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Give me your best Team Building Game

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I am running a leadership program this weekend for First Class scouts and above. The focus will be the Patrol Leaders Handbook. I need two 30-45 minutes games. Ideally one should be a team building game and the other a leadership game. What have you seen work well and Why?





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I have a good team buiding game that worked great at our last PLC annual planning meeting. It's a simple game that will challege the boys to think about working as a team, using strategy, planning and communication.


Take a deck of cards and collect all the non-face cards (A-10) of one suit and the same from another suit. Shuffle each suit of 10 cards and then place them face down in random order in two separate rows on opposite sides of a table.


Divide the scouts into two teams. The object of the game is to flip over each card in order A to 10. If a card is flipped out of order, it is flipped back - face down. So, until the ace is flipped, all other cards get flipped back - then the two can stay unflipped and so on.


Only one team member at a time can flip a card. Position the other team members far enough away and face them away from the table so they cannot see what card was flipped. Team members can talk to each other between flips of the cards.


During the game, its good to have someone announcing the status of each team, like, "the hearts are at 5 and the diamonds are still at 2!" This gets them motivated and adds a sense of competition.


My boys would not stop playing this game. One team kept on winning and the other wanted to beat them. I gave them time between each round to strategize. After it was over, we talked about how each team did and what they did that made them win or lose. This lead to discussions about how teams work toghther.

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Have the scouts get into a circle. Everyone places their hands inside the circle and grap the hands from two different people. They can not grap the hand of anyone standing next to them. The object is to get untangled and end up in one big circle, still holding hands.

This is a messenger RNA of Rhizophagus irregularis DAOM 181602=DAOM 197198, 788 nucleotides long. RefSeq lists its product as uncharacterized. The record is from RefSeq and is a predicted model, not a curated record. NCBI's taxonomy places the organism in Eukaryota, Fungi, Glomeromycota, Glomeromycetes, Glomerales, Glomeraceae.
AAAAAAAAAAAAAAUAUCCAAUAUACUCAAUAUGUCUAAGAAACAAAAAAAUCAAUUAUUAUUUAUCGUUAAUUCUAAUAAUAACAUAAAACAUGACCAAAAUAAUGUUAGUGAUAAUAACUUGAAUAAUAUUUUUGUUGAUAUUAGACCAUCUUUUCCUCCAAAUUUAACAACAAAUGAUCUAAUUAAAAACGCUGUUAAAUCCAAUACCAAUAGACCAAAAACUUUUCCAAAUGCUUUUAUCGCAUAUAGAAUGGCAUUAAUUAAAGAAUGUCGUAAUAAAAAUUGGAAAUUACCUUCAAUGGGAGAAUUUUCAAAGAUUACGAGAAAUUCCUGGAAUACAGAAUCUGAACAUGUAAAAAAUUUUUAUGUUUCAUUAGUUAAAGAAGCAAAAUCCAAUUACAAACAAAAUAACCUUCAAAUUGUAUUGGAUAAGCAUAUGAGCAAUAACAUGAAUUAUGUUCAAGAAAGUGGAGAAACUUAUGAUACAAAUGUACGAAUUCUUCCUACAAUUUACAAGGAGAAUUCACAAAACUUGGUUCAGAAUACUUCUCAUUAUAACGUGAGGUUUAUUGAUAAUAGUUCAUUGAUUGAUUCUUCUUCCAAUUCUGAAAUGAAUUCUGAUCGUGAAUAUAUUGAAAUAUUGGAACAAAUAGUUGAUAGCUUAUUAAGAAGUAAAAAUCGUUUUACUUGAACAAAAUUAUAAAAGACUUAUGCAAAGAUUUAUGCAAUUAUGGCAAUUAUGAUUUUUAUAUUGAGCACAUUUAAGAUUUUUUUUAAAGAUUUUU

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One "Leader" Scout and two or more blindfolded Scouts.

Troop tent or one that all are familiar with. (Variation: one that only the leader has ever seen and/or set up.)(Variation: the unknown tent)


I like to do these in between the "academic" sessions.


Only the leader can see and only the leader can speak - The leader cannot touch the tent - set up the tent.

Q&A time - what worked how would it have been easier? Feedback from the Scouts comes up every time, Next most popular is listening skills by the Scouts.


Try it with the leader blindfolded and the scouts able to speak.

Q&A - Works better when the leader can visualize the problem


Try it again with a previously unseen tent.

Q&A - Leadership sometimes is completely reliant on the led for the info to solve the problem.


Try it where all can see and all can work together.

Q&A - Teamwork and Leader occasionally stepping back to assess progress. But almost always smoother than any method above.


The applications seem obvious to me and transfer to any task the Leaders may run into - not just setting up tents.(This message has been edited by Gunny2862)

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Its Me asked, "I am running a leadership program this weekend for First Class scouts and above. The focus will be the Patrol Leaders Handbook. I need two 30-45 minutes games. Ideally one should be a team building game and the other a leadership game. What have you seen work well and Why?"


Not what I've seen, just a couple ideas... You could check out the Troop Program Resources CD but have you thought about doing your leadership training on a low ropes course? Assuming your council has one, mix in your training with some of the team building obstacles on the course. Get whatever trained leadership your council requires for the course and make a day of it.(This message has been edited by MarkS)

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Here is my program based off a PL's training pamphlet from the 1970's. I am using this old resource because I did not find the current troop training manuals sufficient in detail.